This will be in the history books. This is 2008 part 2, fortunately for the Liberals corona happened in the right time.

                            Call it for what it is, Banks are claiming centrelink after they've collapsed the economy and lost peoples jobs. Banks are to blame, if a tenant loses their job they dont get free rent for 6 months. They owe all the rent back and will occur penalties for a lifetime like maybe never being able to rent again. They just don't end up homeless in this situation.. 6 months is nothing. Like I said, if a investment property owner is in dire straights because of this decision then they SHOULD go on centerlink until this blows over, this means its a pause on mom and pop landowners and a pause on tenants. Everyone survives. If they're not in dire straights and are complaining that they can't make a profit in this devastating time.. that tells me they're just greedy - and again, I have a tissue for them

                            • +6

                              @Truthbe: If a tenant loses their job…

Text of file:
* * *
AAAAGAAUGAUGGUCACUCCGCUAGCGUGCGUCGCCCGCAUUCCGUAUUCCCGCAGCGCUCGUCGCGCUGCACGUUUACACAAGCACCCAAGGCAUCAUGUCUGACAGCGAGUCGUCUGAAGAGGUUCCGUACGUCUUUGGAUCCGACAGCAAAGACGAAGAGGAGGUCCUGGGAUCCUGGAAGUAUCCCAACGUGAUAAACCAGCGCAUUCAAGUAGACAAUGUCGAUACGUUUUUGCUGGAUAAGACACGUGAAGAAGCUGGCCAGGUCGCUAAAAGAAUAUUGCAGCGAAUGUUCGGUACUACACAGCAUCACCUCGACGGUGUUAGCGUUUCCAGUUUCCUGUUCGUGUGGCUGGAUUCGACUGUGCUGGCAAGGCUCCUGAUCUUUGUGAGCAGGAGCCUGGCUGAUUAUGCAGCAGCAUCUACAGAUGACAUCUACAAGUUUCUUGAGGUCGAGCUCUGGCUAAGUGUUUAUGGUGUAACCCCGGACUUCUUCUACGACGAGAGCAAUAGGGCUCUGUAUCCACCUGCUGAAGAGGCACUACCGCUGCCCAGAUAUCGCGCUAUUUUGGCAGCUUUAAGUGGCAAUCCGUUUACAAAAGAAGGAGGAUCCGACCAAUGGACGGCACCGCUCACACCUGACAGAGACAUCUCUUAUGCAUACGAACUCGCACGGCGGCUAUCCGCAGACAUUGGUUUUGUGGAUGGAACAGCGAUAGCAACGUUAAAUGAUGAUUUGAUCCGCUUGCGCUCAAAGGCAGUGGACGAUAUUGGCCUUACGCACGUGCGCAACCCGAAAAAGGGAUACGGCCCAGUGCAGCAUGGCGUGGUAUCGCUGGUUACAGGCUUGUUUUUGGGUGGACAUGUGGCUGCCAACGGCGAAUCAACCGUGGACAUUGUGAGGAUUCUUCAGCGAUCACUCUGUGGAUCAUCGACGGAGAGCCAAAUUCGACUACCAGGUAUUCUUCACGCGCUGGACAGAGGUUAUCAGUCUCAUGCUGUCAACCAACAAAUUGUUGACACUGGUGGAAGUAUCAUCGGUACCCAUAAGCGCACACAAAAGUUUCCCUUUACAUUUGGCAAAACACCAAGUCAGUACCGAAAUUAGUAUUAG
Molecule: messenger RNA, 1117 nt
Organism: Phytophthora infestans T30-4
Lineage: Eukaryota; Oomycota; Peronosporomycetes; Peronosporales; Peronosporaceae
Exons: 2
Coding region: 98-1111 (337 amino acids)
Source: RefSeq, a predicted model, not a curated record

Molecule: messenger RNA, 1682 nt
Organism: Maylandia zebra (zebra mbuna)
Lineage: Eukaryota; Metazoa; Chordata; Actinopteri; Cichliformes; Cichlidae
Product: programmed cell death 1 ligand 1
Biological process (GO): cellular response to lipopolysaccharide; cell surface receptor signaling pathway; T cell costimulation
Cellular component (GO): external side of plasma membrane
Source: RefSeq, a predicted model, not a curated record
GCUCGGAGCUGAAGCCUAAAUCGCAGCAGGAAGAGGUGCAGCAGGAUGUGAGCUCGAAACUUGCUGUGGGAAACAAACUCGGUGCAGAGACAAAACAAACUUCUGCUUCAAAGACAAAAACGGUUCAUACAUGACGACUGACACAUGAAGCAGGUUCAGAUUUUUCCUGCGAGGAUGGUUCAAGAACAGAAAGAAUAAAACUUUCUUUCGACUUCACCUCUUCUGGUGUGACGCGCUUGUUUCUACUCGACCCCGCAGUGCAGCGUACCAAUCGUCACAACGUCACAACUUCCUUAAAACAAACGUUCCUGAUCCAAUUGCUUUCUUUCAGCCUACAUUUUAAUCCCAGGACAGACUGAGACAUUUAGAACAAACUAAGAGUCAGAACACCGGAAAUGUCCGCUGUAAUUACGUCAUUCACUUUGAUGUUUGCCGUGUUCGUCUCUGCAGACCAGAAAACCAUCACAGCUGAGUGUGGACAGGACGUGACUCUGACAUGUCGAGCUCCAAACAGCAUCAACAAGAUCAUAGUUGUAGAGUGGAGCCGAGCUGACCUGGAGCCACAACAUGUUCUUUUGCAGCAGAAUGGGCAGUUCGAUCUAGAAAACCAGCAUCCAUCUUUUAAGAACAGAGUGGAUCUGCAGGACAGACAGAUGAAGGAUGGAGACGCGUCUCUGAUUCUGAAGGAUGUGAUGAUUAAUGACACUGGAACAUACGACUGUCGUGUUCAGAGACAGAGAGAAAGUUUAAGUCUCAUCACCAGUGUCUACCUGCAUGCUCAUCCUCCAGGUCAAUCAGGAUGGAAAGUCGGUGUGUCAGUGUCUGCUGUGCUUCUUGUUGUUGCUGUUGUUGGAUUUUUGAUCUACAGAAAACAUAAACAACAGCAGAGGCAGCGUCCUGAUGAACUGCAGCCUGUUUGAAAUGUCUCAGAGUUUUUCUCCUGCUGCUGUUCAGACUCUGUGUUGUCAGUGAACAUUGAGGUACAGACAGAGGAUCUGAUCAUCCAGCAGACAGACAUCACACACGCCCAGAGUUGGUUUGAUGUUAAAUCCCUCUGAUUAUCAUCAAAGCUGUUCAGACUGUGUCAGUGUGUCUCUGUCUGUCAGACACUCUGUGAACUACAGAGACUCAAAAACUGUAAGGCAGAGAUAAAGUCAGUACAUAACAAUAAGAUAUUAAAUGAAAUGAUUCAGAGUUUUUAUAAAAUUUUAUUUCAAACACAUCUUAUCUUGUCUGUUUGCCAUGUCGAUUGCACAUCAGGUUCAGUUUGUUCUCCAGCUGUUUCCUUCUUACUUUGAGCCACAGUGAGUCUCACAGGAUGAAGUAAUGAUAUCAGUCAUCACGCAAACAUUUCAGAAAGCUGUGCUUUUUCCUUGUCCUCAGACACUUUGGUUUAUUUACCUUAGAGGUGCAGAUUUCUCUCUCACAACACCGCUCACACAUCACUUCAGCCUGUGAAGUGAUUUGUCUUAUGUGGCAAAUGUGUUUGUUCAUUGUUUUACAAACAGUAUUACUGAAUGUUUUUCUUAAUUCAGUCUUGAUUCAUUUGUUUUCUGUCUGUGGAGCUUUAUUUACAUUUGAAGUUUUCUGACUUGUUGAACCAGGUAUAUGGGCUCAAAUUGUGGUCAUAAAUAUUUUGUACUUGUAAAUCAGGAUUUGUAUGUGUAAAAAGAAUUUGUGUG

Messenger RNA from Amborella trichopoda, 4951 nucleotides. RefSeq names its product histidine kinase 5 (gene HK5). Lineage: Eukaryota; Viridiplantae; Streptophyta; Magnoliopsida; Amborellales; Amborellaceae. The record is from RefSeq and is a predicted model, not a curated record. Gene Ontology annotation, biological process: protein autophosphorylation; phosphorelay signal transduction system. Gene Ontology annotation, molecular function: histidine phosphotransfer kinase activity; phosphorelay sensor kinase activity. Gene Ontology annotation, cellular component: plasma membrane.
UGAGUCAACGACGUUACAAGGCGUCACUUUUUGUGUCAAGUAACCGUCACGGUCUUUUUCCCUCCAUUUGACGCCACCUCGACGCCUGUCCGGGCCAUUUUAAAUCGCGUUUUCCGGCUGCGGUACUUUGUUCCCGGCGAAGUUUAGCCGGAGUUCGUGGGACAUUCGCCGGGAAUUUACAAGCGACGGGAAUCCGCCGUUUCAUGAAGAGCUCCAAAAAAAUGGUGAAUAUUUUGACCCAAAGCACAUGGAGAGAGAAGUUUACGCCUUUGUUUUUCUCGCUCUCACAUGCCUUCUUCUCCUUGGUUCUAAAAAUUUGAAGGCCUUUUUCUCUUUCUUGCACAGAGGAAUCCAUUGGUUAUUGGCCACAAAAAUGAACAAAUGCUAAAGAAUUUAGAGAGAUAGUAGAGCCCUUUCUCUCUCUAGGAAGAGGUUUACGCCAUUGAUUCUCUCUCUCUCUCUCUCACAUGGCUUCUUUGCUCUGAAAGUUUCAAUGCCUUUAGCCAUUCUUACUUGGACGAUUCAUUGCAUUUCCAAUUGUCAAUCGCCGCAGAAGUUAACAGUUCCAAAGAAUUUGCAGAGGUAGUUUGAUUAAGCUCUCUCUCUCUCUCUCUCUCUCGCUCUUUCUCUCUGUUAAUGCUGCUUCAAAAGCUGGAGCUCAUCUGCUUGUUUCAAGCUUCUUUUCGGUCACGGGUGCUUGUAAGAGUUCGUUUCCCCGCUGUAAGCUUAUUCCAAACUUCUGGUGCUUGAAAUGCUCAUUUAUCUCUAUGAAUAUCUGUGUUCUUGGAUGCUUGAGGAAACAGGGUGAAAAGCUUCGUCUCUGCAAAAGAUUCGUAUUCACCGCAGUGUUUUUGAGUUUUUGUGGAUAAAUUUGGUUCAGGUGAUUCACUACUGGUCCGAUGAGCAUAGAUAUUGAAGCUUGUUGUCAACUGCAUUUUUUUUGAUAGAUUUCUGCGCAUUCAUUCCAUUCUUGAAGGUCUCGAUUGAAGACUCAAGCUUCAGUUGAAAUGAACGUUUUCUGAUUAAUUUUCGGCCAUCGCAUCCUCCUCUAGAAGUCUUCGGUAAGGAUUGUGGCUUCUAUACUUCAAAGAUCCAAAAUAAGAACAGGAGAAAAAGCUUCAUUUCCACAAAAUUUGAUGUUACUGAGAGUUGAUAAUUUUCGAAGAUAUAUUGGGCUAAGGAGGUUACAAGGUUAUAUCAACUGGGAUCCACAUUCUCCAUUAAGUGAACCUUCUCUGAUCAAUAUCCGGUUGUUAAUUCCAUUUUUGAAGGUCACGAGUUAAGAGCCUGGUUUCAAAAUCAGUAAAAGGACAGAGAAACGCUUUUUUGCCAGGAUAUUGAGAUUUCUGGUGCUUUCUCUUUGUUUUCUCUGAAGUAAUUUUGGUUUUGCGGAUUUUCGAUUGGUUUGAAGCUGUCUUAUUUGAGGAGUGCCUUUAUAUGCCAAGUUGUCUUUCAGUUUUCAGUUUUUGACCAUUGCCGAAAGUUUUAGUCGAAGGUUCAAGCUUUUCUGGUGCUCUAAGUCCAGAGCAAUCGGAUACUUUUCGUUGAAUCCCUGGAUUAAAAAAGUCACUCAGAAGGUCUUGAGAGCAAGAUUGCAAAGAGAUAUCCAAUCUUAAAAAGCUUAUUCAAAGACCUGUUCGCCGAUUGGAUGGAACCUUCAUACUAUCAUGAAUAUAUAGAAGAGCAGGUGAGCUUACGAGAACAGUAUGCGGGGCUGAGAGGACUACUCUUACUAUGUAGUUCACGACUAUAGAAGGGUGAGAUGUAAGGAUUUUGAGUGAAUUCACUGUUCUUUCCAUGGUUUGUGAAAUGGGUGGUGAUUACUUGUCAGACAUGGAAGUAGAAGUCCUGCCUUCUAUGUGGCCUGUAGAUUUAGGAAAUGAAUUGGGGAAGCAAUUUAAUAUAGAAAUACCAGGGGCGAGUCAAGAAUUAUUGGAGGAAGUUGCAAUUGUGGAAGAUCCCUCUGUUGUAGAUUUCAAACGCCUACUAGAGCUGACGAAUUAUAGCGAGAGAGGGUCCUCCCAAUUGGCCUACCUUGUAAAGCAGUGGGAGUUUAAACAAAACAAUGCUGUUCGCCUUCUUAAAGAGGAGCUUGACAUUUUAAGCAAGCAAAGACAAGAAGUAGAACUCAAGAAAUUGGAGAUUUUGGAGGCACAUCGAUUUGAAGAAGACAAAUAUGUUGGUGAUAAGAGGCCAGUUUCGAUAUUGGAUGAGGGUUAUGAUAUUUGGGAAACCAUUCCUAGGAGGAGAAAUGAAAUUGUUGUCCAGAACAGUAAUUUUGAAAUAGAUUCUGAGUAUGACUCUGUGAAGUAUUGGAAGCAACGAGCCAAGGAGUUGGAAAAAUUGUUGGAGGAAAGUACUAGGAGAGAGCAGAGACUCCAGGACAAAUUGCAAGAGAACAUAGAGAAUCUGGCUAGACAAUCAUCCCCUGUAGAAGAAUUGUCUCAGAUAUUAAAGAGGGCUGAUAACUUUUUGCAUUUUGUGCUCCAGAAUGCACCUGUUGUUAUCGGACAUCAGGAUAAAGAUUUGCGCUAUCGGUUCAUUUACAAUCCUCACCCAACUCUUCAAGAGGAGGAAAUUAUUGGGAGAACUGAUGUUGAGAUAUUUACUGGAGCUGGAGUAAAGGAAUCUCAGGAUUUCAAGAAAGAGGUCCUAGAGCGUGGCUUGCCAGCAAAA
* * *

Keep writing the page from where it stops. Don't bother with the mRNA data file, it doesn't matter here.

If you are on JobSeeker, for the next 6 months, you get $565.70 + $550 bonus = $1,115.70 fortnightly.
                              On top of those regular payments, you also get $750 x 2 stimulus payments = $1,500 total.
                              Over the course of 6 months, you get $14,888.40 of taxpayer money. Landlord pays taxes.

                              You're telling me that you can't afford housing?? At $557.85 a week (excluding the $1,500 once off payments)?? For doing… what?

                              That's a single person, no kids. If I'm mistaken, I'm happy to stand corrected.

                              Well, I hope you get your wish and that your mortgaged-landlord ends up selling their property.